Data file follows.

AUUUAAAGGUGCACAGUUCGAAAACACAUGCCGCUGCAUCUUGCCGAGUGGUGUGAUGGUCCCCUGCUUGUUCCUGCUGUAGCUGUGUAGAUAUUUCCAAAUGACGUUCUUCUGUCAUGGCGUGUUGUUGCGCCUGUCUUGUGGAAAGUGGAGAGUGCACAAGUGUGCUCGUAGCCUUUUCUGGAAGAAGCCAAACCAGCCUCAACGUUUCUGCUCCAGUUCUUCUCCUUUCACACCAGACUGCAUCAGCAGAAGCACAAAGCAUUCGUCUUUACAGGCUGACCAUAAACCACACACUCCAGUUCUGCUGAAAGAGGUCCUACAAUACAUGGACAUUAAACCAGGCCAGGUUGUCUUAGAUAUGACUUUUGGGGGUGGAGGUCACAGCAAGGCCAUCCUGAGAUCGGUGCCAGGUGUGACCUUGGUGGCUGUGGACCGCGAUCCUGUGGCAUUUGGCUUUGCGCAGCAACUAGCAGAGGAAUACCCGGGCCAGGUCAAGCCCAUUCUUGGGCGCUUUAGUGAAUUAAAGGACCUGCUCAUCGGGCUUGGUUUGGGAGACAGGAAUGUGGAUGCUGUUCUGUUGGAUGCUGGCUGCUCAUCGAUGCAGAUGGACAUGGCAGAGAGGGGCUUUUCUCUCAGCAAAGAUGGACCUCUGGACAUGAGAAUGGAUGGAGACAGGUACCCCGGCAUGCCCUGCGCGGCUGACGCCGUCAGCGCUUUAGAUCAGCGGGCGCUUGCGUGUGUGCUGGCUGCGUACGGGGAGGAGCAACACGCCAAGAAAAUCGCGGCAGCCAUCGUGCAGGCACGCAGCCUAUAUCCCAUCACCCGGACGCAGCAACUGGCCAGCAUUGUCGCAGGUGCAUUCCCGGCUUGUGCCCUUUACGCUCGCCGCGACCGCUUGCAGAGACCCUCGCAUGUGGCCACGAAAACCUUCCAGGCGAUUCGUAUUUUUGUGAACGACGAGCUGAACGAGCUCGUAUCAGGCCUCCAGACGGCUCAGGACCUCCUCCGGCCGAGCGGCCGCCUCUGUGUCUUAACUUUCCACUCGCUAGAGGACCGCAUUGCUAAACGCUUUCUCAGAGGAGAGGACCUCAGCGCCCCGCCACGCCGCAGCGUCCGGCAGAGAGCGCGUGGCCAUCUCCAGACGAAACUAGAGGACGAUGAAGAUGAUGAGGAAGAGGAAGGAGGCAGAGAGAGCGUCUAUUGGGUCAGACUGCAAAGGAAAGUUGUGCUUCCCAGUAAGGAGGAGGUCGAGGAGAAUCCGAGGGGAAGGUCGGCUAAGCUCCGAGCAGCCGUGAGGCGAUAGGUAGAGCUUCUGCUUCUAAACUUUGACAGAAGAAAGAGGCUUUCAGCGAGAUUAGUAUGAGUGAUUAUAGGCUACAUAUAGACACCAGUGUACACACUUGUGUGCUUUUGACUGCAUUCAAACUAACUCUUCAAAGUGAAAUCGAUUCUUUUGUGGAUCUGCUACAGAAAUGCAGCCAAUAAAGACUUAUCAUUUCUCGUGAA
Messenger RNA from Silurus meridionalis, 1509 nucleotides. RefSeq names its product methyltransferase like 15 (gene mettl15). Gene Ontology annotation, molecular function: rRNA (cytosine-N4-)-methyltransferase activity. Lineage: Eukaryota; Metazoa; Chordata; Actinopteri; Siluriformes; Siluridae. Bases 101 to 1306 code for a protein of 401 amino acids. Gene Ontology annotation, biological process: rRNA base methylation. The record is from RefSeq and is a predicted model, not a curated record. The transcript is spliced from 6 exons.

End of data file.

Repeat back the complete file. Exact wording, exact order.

AUUUAAAGGUGCACAGUUCGAAAACACAUGCCGCUGCAUCUUGCCGAGUGGUGUGAUGGUCCCCUGCUUGUUCCUGCUGUAGCUGUGUAGAUAUUUCCAAAUGACGUUCUUCUGUCAUGGCGUGUUGUUGCGCCUGUCUUGUGGAAAGUGGAGAGUGCACAAGUGUGCUCGUAGCCUUUUCUGGAAGAAGCCAAACCAGCCUCAACGUUUCUGCUCCAGUUCUUCUCCUUUCACACCAGACUGCAUCAGCAGAAGCACAAAGCAUUCGUCUUUACAGGCUGACCAUAAACCACACACUCCAGUUCUGCUGAAAGAGGUCCUACAAUACAUGGACAUUAAACCAGGCCAGGUUGUCUUAGAUAUGACUUUUGGGGGUGGAGGUCACAGCAAGGCCAUCCUGAGAUCGGUGCCAGGUGUGACCUUGGUGGCUGUGGACCGCGAUCCUGUGGCAUUUGGCUUUGCGCAGCAACUAGCAGAGGAAUACCCGGGCCAGGUCAAGCCCAUUCUUGGGCGCUUUAGUGAAUUAAAGGACCUGCUCAUCGGGCUUGGUUUGGGAGACAGGAAUGUGGAUGCUGUUCUGUUGGAUGCUGGCUGCUCAUCGAUGCAGAUGGACAUGGCAGAGAGGGGCUUUUCUCUCAGCAAAGAUGGACCUCUGGACAUGAGAAUGGAUGGAGACAGGUACCCCGGCAUGCCCUGCGCGGCUGACGCCGUCAGCGCUUUAGAUCAGCGGGCGCUUGCGUGUGUGCUGGCUGCGUACGGGGAGGAGCAACACGCCAAGAAAAUCGCGGCAGCCAUCGUGCAGGCACGCAGCCUAUAUCCCAUCACCCGGACGCAGCAACUGGCCAGCAUUGUCGCAGGUGCAUUCCCGGCUUGUGCCCUUUACGCUCGCCGCGACCGCUUGCAGAGACCCUCGCAUGUGGCCACGAAAACCUUCCAGGCGAUUCGUAUUUUUGUGAACGACGAGCUGAACGAGCUCGUAUCAGGCCUCCAGACGGCUCAGGACCUCCUCCGGCCGAGCGGCCGCCUCUGUGUCUUAACUUUCCACUCGCUAGAGGACCGCAUUGCUAAACGCUUUCUCAGAGGAGAGGACCUCAGCGCCCCGCCACGCCGCAGCGUCCGGCAGAGAGCGCGUGGCCAUCUCCAGACGAAACUAGAGGACGAUGAAGAUGAUGAGGAAGAGGAAGGAGGCAGAGAGAGCGUCUAUUGGGUCAGACUGCAAAGGAAAGUUGUGCUUCCCAGUAAGGAGGAGGUCGAGGAGAAUCCGAGGGGAAGGUCGGCUAAGCUCCGAGCAGCCGUGAGGCGAUAGGUAGAGCUUCUGCUUCUAAACUUUGACAGAAGAAAGAGGCUUUCAGCGAGAUUAGUAUGAGUGAUUAUAGGCUACAUAUAGACACCAGUGUACACACUUGUGUGCUUUUGACUGCAUUCAAACUAACUCUUCAAAGUGAAAUCGAUUCUUUUGUGGAUCUGCUACAGAAAUGCAGCCAAUAAAGACUUAUCAUUUCUCGUGAA
Messenger RNA from Silurus meridionalis, 1509 nucleotides. RefSeq names its product methyltransferase like 15 (gene mettl15). Gene Ontology annotation, molecular function: rRNA (cytosine-N4-)-methyltransferase activity. Lineage: Eukaryota; Metazoa; Chordata; Actinopteri; Siluriformes; Siluridae. Bases 101 to 1306 code for a protein of 401 amino acids. Gene Ontology annotation, biological process: rRNA base methylation. The record is from RefSeq and is a predicted model, not a curated record. The transcript is spliced from 6 exons.